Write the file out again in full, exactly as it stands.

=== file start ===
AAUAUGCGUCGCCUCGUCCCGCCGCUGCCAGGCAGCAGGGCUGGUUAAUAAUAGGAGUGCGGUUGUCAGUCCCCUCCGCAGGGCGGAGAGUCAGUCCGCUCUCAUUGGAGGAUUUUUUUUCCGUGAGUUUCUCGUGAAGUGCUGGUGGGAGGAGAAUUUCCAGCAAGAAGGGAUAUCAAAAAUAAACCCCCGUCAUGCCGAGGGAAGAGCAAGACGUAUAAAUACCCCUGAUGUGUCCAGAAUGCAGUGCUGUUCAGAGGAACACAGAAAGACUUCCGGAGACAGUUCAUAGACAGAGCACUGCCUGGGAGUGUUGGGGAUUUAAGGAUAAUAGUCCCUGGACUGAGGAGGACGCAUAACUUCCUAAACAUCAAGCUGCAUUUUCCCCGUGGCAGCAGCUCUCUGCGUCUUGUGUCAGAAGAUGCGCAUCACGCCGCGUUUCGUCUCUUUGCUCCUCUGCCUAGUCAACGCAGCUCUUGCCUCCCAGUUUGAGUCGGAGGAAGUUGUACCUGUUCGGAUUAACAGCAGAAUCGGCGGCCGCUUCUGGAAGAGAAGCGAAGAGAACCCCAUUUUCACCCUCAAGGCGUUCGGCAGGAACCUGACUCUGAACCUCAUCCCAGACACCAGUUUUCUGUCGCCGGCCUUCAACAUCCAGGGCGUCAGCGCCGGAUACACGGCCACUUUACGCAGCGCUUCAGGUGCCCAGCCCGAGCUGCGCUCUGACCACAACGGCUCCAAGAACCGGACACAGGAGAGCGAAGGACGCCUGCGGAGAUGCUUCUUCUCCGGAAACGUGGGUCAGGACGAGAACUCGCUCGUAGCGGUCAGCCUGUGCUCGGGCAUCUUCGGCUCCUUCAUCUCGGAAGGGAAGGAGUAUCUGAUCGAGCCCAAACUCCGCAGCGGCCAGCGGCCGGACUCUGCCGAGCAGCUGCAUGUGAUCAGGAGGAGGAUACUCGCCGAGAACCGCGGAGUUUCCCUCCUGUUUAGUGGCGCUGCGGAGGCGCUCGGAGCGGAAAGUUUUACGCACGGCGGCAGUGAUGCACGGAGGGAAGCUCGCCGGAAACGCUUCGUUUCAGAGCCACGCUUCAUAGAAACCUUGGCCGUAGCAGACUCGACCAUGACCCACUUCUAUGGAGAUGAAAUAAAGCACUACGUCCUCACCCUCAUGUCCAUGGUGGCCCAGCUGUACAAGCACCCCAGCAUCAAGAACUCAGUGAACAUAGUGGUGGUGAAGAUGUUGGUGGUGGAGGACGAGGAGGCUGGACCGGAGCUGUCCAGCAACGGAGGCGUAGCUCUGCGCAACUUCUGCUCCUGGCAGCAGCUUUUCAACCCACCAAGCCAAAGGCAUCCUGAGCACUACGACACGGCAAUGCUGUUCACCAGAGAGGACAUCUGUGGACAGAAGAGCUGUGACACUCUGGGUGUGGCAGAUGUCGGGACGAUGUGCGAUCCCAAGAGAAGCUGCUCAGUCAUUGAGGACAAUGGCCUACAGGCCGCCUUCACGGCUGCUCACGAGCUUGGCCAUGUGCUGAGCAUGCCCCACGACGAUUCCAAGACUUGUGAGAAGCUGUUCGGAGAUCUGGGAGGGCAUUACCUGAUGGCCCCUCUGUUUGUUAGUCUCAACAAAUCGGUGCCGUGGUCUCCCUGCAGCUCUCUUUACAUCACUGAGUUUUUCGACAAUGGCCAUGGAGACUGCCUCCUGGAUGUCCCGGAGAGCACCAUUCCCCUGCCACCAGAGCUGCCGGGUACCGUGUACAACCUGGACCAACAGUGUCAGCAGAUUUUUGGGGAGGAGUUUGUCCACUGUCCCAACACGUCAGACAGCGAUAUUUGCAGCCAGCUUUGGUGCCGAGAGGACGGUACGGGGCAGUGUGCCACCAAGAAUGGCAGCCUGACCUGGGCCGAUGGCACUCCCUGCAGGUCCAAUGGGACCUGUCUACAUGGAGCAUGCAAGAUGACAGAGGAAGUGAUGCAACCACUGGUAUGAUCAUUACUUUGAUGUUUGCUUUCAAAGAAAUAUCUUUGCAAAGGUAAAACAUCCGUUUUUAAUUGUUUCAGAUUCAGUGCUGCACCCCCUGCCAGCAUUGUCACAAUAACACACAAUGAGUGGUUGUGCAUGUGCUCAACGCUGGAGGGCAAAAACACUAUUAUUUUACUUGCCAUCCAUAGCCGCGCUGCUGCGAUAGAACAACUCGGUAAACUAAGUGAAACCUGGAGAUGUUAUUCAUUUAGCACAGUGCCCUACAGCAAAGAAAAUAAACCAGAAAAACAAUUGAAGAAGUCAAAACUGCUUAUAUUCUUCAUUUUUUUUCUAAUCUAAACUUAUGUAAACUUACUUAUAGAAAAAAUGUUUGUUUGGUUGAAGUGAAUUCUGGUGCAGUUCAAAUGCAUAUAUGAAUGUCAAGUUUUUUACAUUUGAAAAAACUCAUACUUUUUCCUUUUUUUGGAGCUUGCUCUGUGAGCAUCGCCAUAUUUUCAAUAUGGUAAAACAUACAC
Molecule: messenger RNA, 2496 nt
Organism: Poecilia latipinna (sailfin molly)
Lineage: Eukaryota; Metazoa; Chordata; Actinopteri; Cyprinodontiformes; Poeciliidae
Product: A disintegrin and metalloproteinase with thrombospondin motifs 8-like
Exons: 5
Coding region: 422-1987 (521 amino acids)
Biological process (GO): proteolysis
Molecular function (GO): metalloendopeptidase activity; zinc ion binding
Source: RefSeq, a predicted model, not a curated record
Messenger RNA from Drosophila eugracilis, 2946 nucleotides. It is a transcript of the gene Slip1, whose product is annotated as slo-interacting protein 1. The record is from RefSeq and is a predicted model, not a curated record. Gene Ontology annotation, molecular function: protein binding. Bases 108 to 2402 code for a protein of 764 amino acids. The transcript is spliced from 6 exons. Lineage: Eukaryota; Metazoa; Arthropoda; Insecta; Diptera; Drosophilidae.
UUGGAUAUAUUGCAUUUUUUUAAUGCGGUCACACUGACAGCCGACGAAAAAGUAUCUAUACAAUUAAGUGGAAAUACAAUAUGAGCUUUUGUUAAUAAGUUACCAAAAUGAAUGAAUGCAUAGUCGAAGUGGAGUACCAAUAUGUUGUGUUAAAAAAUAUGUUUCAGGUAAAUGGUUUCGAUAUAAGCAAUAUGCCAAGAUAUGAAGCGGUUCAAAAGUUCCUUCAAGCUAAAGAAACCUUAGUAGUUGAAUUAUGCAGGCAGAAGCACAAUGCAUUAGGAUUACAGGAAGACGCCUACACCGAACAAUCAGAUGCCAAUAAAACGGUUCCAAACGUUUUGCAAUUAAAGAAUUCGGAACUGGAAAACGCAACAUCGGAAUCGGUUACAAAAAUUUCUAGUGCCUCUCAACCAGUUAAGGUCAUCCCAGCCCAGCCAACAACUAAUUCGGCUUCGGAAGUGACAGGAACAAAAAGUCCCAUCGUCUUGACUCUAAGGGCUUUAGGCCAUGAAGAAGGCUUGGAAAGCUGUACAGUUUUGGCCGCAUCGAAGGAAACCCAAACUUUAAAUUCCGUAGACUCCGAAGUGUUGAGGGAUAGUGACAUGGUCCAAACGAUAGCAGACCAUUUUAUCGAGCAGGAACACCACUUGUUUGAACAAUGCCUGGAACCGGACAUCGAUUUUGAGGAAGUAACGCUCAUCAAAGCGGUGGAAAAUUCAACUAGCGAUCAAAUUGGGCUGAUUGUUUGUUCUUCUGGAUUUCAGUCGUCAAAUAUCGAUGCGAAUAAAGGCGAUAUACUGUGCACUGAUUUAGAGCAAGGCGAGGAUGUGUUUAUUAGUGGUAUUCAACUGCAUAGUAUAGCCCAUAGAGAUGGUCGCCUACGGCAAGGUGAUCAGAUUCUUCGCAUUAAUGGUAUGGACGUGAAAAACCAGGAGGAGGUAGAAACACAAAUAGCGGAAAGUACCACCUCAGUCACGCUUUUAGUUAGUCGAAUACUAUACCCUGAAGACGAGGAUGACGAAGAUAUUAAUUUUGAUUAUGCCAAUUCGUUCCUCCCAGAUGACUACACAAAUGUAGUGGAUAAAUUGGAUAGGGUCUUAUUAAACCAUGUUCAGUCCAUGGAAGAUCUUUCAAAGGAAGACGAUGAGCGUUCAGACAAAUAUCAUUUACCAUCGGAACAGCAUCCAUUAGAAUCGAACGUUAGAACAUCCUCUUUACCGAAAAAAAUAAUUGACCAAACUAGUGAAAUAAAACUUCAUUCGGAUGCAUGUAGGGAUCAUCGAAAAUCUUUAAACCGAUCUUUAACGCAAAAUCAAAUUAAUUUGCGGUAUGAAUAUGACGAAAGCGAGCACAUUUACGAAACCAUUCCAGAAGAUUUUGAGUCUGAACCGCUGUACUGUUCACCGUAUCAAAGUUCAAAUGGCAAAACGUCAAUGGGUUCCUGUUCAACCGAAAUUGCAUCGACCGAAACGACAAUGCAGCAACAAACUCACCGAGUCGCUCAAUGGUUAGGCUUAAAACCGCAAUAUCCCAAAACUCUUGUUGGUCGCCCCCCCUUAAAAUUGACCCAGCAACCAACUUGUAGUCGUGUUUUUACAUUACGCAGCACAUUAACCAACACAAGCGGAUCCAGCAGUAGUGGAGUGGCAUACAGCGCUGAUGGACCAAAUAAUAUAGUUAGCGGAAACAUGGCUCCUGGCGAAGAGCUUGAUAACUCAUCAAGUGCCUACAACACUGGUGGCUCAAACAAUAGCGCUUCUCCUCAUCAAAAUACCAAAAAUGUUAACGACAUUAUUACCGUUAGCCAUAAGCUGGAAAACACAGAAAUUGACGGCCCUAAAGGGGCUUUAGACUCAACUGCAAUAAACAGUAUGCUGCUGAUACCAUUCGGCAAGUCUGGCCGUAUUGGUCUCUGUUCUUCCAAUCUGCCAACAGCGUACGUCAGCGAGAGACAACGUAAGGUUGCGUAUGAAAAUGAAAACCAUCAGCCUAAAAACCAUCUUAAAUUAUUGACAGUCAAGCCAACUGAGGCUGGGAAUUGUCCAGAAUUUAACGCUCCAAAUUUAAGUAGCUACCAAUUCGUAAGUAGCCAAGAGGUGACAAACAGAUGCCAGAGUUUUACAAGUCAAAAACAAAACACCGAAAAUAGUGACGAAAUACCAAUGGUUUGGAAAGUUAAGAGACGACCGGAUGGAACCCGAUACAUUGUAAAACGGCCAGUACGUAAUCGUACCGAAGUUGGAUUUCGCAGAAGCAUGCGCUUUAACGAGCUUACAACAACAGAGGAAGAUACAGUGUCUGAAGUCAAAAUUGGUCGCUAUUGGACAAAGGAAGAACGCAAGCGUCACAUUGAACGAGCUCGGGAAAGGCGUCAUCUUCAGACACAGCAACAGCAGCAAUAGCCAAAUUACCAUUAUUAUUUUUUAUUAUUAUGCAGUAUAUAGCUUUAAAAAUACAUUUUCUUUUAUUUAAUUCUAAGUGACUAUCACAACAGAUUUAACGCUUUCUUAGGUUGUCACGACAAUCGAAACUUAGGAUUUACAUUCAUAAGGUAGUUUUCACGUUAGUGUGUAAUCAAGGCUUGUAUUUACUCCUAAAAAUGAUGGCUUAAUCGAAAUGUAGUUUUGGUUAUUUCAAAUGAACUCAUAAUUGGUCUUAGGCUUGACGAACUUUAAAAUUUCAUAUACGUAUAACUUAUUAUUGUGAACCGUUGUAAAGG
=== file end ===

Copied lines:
AAUAUGCGUCGCCUCGUCCCGCCGCUGCCAGGCAGCAGGGCUGGUUAAUAAUAGGAGUGCGGUUGUCAGUCCCCUCCGCAGGGCGGAGAGUCAGUCCGCUCUCAUUGGAGGAUUUUUUUUCCGUGAGUUUCUCGUGAAGUGCUGGUGGGAGGAGAAUUUCCAGCAAGAAGGGAUAUCAAAAAUAAACCCCCGUCAUGCCGAGGGAAGAGCAAGACGUAUAAAUACCCCUGAUGUGUCCAGAAUGCAGUGCUGUUCAGAGGAACACAGAAAGACUUCCGGAGACAGUUCAUAGACAGAGCACUGCCUGGGAGUGUUGGGGAUUUAAGGAUAAUAGUCCCUGGACUGAGGAGGACGCAUAACUUCCUAAACAUCAAGCUGCAUUUUCCCCGUGGCAGCAGCUCUCUGCGUCUUGUGUCAGAAGAUGCGCAUCACGCCGCGUUUCGUCUCUUUGCUCCUCUGCCUAGUCAACGCAGCUCUUGCCUCCCAGUUUGAGUCGGAGGAAGUUGUACCUGUUCGGAUUAACAGCAGAAUCGGCGGCCGCUUCUGGAAGAGAAGCGAAGAGAACCCCAUUUUCACCCUCAAGGCGUUCGGCAGGAACCUGACUCUGAACCUCAUCCCAGACACCAGUUUUCUGUCGCCGGCCUUCAACAUCCAGGGCGUCAGCGCCGGAUACACGGCCACUUUACGCAGCGCUUCAGGUGCCCAGCCCGAGCUGCGCUCUGACCACAACGGCUCCAAGAACCGGACACAGGAGAGCGAAGGACGCCUGCGGAGAUGCUUCUUCUCCGGAAACGUGGGUCAGGACGAGAACUCGCUCGUAGCGGUCAGCCUGUGCUCGGGCAUCUUCGGCUCCUUCAUCUCGGAAGGGAAGGAGUAUCUGAUCGAGCCCAAACUCCGCAGCGGCCAGCGGCCGGACUCUGCCGAGCAGCUGCAUGUGAUCAGGAGGAGGAUACUCGCCGAGAACCGCGGAGUUUCCCUCCUGUUUAGUGGCGCUGCGGAGGCGCUCGGAGCGGAAAGUUUUACGCACGGCGGCAGUGAUGCACGGAGGGAAGCUCGCCGGAAACGCUUCGUUUCAGAGCCACGCUUCAUAGAAACCUUGGCCGUAGCAGACUCGACCAUGACCCACUUCUAUGGAGAUGAAAUAAAGCACUACGUCCUCACCCUCAUGUCCAUGGUGGCCCAGCUGUACAAGCACCCCAGCAUCAAGAACUCAGUGAACAUAGUGGUGGUGAAGAUGUUGGUGGUGGAGGACGAGGAGGCUGGACCGGAGCUGUCCAGCAACGGAGGCGUAGCUCUGCGCAACUUCUGCUCCUGGCAGCAGCUUUUCAACCCACCAAGCCAAAGGCAUCCUGAGCACUACGACACGGCAAUGCUGUUCACCAGAGAGGACAUCUGUGGACAGAAGAGCUGUGACACUCUGGGUGUGGCAGAUGUCGGGACGAUGUGCGAUCCCAAGAGAAGCUGCUCAGUCAUUGAGGACAAUGGCCUACAGGCCGCCUUCACGGCUGCUCACGAGCUUGGCCAUGUGCUGAGCAUGCCCCACGACGAUUCCAAGACUUGUGAGAAGCUGUUCGGAGAUCUGGGAGGGCAUUACCUGAUGGCCCCUCUGUUUGUUAGUCUCAACAAAUCGGUGCCGUGGUCUCCCUGCAGCUCUCUUUACAUCACUGAGUUUUUCGACAAUGGCCAUGGAGACUGCCUCCUGGAUGUCCCGGAGAGCACCAUUCCCCUGCCACCAGAGCUGCCGGGUACCGUGUACAACCUGGACCAACAGUGUCAGCAGAUUUUUGGGGAGGAGUUUGUCCACUGUCCCAACACGUCAGACAGCGAUAUUUGCAGCCAGCUUUGGUGCCGAGAGGACGGUACGGGGCAGUGUGCCACCAAGAAUGGCAGCCUGACCUGGGCCGAUGGCACUCCCUGCAGGUCCAAUGGGACCUGUCUACAUGGAGCAUGCAAGAUGACAGAGGAAGUGAUGCAACCACUGGUAUGAUCAUUACUUUGAUGUUUGCUUUCAAAGAAAUAUCUUUGCAAAGGUAAAACAUCCGUUUUUAAUUGUUUCAGAUUCAGUGCUGCACCCCCUGCCAGCAUUGUCACAAUAACACACAAUGAGUGGUUGUGCAUGUGCUCAACGCUGGAGGGCAAAAACACUAUUAUUUUACUUGCCAUCCAUAGCCGCGCUGCUGCGAUAGAACAACUCGGUAAACUAAGUGAAACCUGGAGAUGUUAUUCAUUUAGCACAGUGCCCUACAGCAAAGAAAAUAAACCAGAAAAACAAUUGAAGAAGUCAAAACUGCUUAUAUUCUUCAUUUUUUUUCUAAUCUAAACUUAUGUAAACUUACUUAUAGAAAAAAUGUUUGUUUGGUUGAAGUGAAUUCUGGUGCAGUUCAAAUGCAUAUAUGAAUGUCAAGUUUUUUACAUUUGAAAAAACUCAUACUUUUUCCUUUUUUUGGAGCUUGCUCUGUGAGCAUCGCCAUAUUUUCAAUAUGGUAAAACAUACAC
Molecule: messenger RNA, 2496 nt
Organism: Poecilia latipinna (sailfin molly)
Lineage: Eukaryota; Metazoa; Chordata; Actinopteri; Cyprinodontiformes; Poeciliidae
Product: A disintegrin and metalloproteinase with thrombospondin motifs 8-like
Exons: 5
Coding region: 422-1987 (521 amino acids)
Biological process (GO): proteolysis
Molecular function (GO): metalloendopeptidase activity; zinc ion binding
Source: RefSeq, a predicted model, not a curated record
Messenger RNA from Drosophila eugracilis, 2946 nucleotides. It is a transcript of the gene Slip1, whose product is annotated as slo-interacting protein 1. The record is from RefSeq and is a predicted model, not a curated record. Gene Ontology annotation, molecular function: protein binding. Bases 108 to 2402 code for a protein of 764 amino acids. The transcript is spliced from 6 exons. Lineage: Eukaryota; Metazoa; Arthropoda; Insecta; Diptera; Drosophilidae.
UUGGAUAUAUUGCAUUUUUUUAAUGCGGUCACACUGACAGCCGACGAAAAAGUAUCUAUACAAUUAAGUGGAAAUACAAUAUGAGCUUUUGUUAAUAAGUUACCAAAAUGAAUGAAUGCAUAGUCGAAGUGGAGUACCAAUAUGUUGUGUUAAAAAAUAUGUUUCAGGUAAAUGGUUUCGAUAUAAGCAAUAUGCCAAGAUAUGAAGCGGUUCAAAAGUUCCUUCAAGCUAAAGAAACCUUAGUAGUUGAAUUAUGCAGGCAGAAGCACAAUGCAUUAGGAUUACAGGAAGACGCCUACACCGAACAAUCAGAUGCCAAUAAAACGGUUCCAAACGUUUUGCAAUUAAAGAAUUCGGAACUGGAAAACGCAACAUCGGAAUCGGUUACAAAAAUUUCUAGUGCCUCUCAACCAGUUAAGGUCAUCCCAGCCCAGCCAACAACUAAUUCGGCUUCGGAAGUGACAGGAACAAAAAGUCCCAUCGUCUUGACUCUAAGGGCUUUAGGCCAUGAAGAAGGCUUGGAAAGCUGUACAGUUUUGGCCGCAUCGAAGGAAACCCAAACUUUAAAUUCCGUAGACUCCGAAGUGUUGAGGGAUAGUGACAUGGUCCAAACGAUAGCAGACCAUUUUAUCGAGCAGGAACACCACUUGUUUGAACAAUGCCUGGAACCGGACAUCGAUUUUGAGGAAGUAACGCUCAUCAAAGCGGUGGAAAAUUCAACUAGCGAUCAAAUUGGGCUGAUUGUUUGUUCUUCUGGAUUUCAGUCGUCAAAUAUCGAUGCGAAUAAAGGCGAUAUACUGUGCACUGAUUUAGAGCAAGGCGAGGAUGUGUUUAUUAGUGGUAUUCAACUGCAUAGUAUAGCCCAUAGAGAUGGUCGCCUACGGCAAGGUGAUCAGAUUCUUCGCAUUAAUGGUAUGGACGUGAAAAACCAGGAGGAGGUAGAAACACAAAUAGCGGAAAGUACCACCUCAGUCACGCUUUUAGUUAGUCGAAUACUAUACCCUGAAGACGAGGAUGACGAAGAUAUUAAUUUUGAUUAUGCCAAUUCGUUCCUCCCAGAUGACUACACAAAUGUAGUGGAUAAAUUGGAUAGGGUCUUAUUAAACCAUGUUCAGUCCAUGGAAGAUCUUUCAAAGGAAGACGAUGAGCGUUCAGACAAAUAUCAUUUACCAUCGGAACAGCAUCCAUUAGAAUCGAACGUUAGAACAUCCUCUUUACCGAAAAAAAUAAUUGACCAAACUAGUGAAAUAAAACUUCAUUCGGAUGCAUGUAGGGAUCAUCGAAAAUCUUUAAACCGAUCUUUAACGCAAAAUCAAAUUAAUUUGCGGUAUGAAUAUGACGAAAGCGAGCACAUUUACGAAACCAUUCCAGAAGAUUUUGAGUCUGAACCGCUGUACUGUUCACCGUAUCAAAGUUCAAAUGGCAAAACGUCAAUGGGUUCCUGUUCAACCGAAAUUGCAUCGACCGAAACGACAAUGCAGCAACAAACUCACCGAGUCGCUCAAUGGUUAGGCUUAAAACCGCAAUAUCCCAAAACUCUUGUUGGUCGCCCCCCCUUAAAAUUGACCCAGCAACCAACUUGUAGUCGUGUUUUUACAUUACGCAGCACAUUAACCAACACAAGCGGAUCCAGCAGUAGUGGAGUGGCAUACAGCGCUGAUGGACCAAAUAAUAUAGUUAGCGGAAACAUGGCUCCUGGCGAAGAGCUUGAUAACUCAUCAAGUGCCUACAACACUGGUGGCUCAAACAAUAGCGCUUCUCCUCAUCAAAAUACCAAAAAUGUUAACGACAUUAUUACCGUUAGCCAUAAGCUGGAAAACACAGAAAUUGACGGCCCUAAAGGGGCUUUAGACUCAACUGCAAUAAACAGUAUGCUGCUGAUACCAUUCGGCAAGUCUGGCCGUAUUGGUCUCUGUUCUUCCAAUCUGCCAACAGCGUACGUCAGCGAGAGACAACGUAAGGUUGCGUAUGAAAAUGAAAACCAUCAGCCUAAAAACCAUCUUAAAUUAUUGACAGUCAAGCCAACUGAGGCUGGGAAUUGUCCAGAAUUUAACGCUCCAAAUUUAAGUAGCUACCAAUUCGUAAGUAGCCAAGAGGUGACAAACAGAUGCCAGAGUUUUACAAGUCAAAAACAAAACACCGAAAAUAGUGACGAAAUACCAAUGGUUUGGAAAGUUAAGAGACGACCGGAUGGAACCCGAUACAUUGUAAAACGGCCAGUACGUAAUCGUACCGAAGUUGGAUUUCGCAGAAGCAUGCGCUUUAACGAGCUUACAACAACAGAGGAAGAUACAGUGUCUGAAGUCAAAAUUGGUCGCUAUUGGACAAAGGAAGAACGCAAGCGUCACAUUGAACGAGCUCGGGAAAGGCGUCAUCUUCAGACACAGCAACAGCAGCAAUAGCCAAAUUACCAUUAUUAUUUUUUAUUAUUAUGCAGUAUAUAGCUUUAAAAAUACAUUUUCUUUUAUUUAAUUCUAAGUGACUAUCACAACAGAUUUAACGCUUUCUUAGGUUGUCACGACAAUCGAAACUUAGGAUUUACAUUCAUAAGGUAGUUUUCACGUUAGUGUGUAAUCAAGGCUUGUAUUUACUCCUAAAAAUGAUGGCUUAAUCGAAAUGUAGUUUUGGUUAUUUCAAAUGAACUCAUAAUUGGUCUUAGGCUUGACGAACUUUAAAAUUUCAUAUACGUAUAACUUAUUAUUGUGAACCGUUGUAAAGG